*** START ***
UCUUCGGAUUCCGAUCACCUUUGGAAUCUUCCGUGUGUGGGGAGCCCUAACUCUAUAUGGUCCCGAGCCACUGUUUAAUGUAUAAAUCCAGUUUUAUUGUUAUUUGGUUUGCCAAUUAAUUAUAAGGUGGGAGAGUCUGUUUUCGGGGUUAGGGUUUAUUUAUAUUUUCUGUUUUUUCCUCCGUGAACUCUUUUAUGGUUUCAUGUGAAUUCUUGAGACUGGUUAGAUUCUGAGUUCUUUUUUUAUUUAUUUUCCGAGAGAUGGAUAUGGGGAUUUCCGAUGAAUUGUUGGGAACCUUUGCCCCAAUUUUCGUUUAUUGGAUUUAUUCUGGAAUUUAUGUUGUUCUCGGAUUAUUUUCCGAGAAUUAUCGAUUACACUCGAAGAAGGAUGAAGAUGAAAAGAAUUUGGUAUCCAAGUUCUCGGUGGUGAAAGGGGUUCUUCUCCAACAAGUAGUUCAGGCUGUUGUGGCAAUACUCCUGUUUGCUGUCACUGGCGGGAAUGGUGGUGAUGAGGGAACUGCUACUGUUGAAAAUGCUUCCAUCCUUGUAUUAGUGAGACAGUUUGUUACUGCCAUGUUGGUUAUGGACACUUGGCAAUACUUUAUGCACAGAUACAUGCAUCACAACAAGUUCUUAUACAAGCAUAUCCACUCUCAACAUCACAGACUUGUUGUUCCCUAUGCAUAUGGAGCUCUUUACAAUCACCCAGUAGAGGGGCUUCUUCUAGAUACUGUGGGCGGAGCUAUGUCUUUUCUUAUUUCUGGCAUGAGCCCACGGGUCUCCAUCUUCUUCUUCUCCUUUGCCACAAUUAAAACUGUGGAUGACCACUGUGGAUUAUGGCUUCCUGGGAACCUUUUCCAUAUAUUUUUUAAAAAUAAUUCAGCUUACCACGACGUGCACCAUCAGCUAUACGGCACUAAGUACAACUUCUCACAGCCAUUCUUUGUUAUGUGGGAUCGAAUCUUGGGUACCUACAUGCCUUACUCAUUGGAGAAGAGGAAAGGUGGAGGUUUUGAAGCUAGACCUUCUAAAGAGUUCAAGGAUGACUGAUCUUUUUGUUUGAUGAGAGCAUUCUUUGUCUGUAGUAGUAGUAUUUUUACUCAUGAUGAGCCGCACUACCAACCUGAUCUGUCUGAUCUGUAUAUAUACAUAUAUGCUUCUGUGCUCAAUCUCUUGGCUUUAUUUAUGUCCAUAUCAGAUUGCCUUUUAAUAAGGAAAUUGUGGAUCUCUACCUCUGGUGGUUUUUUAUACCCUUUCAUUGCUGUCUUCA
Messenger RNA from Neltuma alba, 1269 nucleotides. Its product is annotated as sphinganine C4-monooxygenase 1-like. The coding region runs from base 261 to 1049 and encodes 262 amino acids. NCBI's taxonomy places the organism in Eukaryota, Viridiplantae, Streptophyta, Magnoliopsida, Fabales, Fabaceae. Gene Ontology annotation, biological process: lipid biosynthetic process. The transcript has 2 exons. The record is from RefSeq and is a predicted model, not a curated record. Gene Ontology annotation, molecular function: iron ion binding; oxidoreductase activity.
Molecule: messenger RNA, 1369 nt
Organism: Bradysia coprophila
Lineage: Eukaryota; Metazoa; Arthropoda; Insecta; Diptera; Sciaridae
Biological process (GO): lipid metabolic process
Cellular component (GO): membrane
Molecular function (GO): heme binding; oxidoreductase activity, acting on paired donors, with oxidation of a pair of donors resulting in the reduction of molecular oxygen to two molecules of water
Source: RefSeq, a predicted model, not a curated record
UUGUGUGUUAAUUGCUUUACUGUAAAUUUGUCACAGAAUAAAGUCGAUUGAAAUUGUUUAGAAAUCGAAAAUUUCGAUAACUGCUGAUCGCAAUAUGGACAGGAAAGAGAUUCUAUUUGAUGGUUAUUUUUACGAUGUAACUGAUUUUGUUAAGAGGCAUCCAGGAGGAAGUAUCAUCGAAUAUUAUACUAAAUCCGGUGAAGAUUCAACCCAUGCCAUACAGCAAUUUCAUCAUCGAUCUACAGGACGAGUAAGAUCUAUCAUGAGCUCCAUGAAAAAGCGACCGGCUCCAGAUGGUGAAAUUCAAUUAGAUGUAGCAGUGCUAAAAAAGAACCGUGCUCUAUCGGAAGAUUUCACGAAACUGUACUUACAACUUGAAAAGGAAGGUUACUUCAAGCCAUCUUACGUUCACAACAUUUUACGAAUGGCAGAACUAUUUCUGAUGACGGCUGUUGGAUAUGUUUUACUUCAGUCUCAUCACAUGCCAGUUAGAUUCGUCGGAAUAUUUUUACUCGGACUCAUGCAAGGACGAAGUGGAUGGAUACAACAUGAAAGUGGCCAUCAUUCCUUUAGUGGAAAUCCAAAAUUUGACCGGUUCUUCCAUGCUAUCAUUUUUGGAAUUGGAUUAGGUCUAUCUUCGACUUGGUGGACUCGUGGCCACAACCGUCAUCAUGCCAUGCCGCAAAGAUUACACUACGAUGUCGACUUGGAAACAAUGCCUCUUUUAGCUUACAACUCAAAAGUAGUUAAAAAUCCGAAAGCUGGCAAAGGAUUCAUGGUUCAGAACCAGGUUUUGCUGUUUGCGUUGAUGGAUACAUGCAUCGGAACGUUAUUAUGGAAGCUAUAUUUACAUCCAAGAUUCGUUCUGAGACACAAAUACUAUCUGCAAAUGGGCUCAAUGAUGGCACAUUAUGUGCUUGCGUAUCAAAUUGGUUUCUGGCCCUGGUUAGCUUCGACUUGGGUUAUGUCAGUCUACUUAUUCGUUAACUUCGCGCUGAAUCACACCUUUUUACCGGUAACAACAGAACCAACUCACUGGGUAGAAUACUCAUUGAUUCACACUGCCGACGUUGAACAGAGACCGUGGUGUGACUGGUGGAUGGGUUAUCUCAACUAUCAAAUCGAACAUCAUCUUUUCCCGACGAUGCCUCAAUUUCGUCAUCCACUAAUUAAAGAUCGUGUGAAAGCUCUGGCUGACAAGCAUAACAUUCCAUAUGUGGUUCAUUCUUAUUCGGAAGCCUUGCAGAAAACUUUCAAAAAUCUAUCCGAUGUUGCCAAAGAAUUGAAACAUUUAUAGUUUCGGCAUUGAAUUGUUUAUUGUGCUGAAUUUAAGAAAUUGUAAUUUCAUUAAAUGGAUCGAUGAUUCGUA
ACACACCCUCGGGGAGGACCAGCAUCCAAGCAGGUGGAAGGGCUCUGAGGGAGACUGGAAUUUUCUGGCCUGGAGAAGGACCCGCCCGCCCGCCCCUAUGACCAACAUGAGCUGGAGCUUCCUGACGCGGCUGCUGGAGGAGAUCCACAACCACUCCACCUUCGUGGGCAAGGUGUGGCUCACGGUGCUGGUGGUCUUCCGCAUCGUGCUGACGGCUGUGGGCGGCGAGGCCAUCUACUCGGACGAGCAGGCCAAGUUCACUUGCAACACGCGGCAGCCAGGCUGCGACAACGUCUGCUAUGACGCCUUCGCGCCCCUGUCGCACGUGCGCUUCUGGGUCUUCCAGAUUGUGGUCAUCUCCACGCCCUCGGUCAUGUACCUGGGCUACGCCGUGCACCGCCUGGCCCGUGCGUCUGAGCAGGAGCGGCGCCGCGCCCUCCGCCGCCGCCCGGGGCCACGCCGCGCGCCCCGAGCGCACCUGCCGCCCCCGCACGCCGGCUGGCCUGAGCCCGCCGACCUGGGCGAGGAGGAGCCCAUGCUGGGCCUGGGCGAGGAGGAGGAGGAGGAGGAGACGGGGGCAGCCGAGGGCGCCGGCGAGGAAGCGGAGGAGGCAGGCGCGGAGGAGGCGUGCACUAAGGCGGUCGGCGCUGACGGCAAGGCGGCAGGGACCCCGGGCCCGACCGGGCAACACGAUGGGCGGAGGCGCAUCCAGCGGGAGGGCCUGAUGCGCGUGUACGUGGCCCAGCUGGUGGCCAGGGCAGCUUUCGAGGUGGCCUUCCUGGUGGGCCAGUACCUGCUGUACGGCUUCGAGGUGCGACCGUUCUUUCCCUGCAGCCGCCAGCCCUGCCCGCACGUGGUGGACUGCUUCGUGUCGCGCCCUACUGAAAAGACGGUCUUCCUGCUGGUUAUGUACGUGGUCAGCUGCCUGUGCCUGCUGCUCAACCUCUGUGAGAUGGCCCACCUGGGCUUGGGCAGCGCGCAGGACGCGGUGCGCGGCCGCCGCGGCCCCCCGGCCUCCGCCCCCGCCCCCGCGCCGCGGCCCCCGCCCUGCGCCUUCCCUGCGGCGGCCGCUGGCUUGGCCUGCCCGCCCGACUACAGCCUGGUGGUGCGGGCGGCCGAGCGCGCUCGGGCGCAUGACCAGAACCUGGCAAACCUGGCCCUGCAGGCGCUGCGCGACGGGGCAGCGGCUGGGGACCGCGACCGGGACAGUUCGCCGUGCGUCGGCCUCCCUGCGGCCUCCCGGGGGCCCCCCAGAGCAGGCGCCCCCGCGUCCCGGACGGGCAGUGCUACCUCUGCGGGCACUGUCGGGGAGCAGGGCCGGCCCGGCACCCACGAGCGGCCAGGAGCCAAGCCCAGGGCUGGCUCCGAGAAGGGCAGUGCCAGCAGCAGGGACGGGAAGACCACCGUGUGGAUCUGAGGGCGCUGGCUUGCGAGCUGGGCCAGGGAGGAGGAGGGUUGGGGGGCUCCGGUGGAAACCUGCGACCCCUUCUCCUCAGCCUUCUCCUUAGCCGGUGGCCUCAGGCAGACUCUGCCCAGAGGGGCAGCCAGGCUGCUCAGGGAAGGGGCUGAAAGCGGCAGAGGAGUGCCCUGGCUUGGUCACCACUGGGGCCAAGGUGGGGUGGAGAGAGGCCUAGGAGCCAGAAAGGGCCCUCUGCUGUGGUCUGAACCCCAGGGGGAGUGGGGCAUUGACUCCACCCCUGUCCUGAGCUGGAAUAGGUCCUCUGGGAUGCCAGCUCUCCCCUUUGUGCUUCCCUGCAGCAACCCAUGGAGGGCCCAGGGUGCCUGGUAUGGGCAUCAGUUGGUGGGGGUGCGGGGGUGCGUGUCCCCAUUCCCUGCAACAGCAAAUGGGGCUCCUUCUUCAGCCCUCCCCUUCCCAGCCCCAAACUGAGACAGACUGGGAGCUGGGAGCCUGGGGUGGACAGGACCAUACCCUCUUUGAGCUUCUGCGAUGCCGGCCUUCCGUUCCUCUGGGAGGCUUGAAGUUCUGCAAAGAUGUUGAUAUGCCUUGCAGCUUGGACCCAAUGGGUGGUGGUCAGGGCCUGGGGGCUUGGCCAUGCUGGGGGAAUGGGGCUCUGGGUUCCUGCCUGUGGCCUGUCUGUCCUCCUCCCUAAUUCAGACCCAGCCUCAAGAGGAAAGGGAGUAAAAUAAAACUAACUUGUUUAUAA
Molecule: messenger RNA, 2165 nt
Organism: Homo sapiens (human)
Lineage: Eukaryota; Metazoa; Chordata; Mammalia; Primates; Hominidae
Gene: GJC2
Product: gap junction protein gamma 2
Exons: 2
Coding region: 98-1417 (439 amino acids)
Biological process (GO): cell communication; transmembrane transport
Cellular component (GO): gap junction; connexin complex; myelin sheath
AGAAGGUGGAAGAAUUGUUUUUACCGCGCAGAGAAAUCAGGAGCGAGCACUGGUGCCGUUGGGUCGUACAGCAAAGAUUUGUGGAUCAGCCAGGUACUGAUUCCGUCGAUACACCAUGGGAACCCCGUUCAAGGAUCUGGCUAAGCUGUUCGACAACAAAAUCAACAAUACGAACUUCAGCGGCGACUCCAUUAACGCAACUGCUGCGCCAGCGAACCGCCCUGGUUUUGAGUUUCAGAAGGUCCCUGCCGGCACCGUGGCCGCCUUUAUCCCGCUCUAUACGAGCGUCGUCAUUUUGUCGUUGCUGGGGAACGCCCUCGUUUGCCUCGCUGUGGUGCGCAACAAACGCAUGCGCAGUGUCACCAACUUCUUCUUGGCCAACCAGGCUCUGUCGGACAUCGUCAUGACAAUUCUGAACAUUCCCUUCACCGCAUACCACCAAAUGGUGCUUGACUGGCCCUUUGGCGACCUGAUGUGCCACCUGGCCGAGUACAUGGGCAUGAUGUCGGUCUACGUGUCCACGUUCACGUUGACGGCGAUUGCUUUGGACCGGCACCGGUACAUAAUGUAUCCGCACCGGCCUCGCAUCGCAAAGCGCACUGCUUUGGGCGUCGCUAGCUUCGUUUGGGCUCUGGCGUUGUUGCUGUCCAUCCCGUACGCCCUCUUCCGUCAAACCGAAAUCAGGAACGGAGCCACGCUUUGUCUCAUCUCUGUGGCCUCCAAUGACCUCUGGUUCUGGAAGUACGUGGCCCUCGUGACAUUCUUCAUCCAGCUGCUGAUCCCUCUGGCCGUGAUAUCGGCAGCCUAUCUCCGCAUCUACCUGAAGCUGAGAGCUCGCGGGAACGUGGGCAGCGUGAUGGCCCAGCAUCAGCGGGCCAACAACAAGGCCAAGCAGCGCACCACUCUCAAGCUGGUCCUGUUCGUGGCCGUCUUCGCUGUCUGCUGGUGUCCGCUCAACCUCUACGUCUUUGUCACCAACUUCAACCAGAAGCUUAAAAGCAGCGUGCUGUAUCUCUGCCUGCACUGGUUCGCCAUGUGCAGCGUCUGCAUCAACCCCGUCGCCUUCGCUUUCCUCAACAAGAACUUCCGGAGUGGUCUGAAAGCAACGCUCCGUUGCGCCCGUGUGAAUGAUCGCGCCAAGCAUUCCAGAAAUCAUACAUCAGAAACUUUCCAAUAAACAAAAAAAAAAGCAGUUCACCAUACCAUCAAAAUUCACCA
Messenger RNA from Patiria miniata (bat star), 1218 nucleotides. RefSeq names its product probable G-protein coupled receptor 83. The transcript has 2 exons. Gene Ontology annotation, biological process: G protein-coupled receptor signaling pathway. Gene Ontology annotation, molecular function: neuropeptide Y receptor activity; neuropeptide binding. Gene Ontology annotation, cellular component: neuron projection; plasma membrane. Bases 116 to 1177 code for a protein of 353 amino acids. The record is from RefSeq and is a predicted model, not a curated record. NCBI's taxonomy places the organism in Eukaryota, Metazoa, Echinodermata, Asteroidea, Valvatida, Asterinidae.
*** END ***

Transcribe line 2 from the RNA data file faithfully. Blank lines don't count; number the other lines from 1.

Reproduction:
Messenger RNA from Neltuma alba, 1269 nucleotides. Its product is annotated as sphinganine C4-monooxygenase 1-like. The coding region runs from base 261 to 1049 and encodes 262 amino acids. NCBI's taxonomy places the organism in Eukaryota, Viridiplantae, Streptophyta, Magnoliopsida, Fabales, Fabaceae. Gene Ontology annotation, biological process: lipid biosynthetic process. The transcript has 2 exons. The record is from RefSeq and is a predicted model, not a curated record. Gene Ontology annotation, molecular function: iron ion binding; oxidoreductase activity.